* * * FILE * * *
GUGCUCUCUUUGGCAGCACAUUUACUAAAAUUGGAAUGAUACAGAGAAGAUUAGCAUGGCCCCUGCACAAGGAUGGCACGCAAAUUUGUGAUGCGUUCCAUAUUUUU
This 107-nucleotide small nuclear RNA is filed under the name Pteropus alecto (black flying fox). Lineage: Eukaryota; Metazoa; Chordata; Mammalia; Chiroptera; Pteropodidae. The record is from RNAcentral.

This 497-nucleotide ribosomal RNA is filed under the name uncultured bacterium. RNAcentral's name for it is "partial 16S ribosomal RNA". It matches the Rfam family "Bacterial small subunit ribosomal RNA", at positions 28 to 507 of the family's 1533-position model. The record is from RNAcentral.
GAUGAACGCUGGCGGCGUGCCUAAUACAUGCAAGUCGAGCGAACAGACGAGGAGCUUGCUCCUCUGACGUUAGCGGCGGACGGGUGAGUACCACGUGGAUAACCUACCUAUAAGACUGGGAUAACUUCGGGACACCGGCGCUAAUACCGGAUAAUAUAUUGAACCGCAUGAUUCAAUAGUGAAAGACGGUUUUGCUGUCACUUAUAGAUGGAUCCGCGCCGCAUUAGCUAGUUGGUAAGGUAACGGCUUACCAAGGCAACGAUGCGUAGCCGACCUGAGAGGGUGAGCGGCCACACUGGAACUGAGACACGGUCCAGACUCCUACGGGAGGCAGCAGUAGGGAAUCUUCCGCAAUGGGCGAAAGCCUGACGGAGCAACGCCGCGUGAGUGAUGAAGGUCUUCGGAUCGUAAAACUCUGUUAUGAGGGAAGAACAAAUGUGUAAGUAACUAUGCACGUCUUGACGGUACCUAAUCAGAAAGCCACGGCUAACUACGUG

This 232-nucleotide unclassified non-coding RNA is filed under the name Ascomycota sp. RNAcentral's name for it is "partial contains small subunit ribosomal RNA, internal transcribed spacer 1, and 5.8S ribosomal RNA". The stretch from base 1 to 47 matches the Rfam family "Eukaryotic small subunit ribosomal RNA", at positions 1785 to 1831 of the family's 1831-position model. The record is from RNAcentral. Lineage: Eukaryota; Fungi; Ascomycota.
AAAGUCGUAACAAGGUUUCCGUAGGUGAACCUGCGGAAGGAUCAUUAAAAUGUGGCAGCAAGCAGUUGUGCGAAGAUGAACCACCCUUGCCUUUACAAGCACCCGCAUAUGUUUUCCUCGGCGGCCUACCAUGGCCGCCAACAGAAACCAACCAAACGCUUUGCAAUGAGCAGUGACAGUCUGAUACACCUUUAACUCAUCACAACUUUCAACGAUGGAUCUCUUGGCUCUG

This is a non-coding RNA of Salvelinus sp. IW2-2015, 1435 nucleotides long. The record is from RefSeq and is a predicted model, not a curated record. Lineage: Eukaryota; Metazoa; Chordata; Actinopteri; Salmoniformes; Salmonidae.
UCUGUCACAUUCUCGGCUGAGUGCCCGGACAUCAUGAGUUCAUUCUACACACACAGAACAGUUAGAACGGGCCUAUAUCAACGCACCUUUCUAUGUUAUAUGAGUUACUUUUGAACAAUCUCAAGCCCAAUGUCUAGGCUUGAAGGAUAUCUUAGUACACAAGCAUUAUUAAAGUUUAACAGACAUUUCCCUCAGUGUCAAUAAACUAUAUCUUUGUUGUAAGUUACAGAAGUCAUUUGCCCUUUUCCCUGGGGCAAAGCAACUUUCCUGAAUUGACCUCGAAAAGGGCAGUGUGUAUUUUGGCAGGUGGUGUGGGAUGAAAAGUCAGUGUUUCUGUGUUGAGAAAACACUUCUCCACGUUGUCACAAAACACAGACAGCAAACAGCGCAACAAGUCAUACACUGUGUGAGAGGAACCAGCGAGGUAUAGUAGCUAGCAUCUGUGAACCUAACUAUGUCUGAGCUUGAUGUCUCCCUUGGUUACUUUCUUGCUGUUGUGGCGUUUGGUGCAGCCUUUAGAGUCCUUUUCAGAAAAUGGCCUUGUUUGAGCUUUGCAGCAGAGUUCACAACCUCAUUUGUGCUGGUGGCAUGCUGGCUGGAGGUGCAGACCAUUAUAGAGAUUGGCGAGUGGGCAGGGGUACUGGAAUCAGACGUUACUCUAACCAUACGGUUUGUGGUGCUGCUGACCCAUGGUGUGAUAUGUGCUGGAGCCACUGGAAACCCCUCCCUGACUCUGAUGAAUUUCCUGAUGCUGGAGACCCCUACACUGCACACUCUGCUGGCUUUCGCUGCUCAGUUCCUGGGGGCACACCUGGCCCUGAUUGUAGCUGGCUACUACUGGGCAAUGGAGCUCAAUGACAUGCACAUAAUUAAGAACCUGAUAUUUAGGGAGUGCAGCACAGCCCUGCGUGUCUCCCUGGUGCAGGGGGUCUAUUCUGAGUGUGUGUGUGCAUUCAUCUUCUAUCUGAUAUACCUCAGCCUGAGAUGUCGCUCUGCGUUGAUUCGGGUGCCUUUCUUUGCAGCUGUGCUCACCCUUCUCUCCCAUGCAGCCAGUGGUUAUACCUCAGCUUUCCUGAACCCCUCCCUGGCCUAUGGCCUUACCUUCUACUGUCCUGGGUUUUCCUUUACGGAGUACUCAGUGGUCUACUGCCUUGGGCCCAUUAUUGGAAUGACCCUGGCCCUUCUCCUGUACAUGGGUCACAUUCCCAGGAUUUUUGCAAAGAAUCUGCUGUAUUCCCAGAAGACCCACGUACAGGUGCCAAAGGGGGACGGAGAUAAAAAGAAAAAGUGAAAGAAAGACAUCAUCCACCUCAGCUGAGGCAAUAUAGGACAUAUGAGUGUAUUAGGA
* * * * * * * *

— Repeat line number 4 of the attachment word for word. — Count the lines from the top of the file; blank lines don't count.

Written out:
GAUGAACGCUGGCGGCGUGCCUAAUACAUGCAAGUCGAGCGAACAGACGAGGAGCUUGCUCCUCUGACGUUAGCGGCGGACGGGUGAGUACCACGUGGAUAACCUACCUAUAAGACUGGGAUAACUUCGGGACACCGGCGCUAAUACCGGAUAAUAUAUUGAACCGCAUGAUUCAAUAGUGAAAGACGGUUUUGCUGUCACUUAUAGAUGGAUCCGCGCCGCAUUAGCUAGUUGGUAAGGUAACGGCUUACCAAGGCAACGAUGCGUAGCCGACCUGAGAGGGUGAGCGGCCACACUGGAACUGAGACACGGUCCAGACUCCUACGGGAGGCAGCAGUAGGGAAUCUUCCGCAAUGGGCGAAAGCCUGACGGAGCAACGCCGCGUGAGUGAUGAAGGUCUUCGGAUCGUAAAACUCUGUUAUGAGGGAAGAACAAAUGUGUAAGUAACUAUGCACGUCUUGACGGUACCUAAUCAGAAAGCCACGGCUAACUACGUG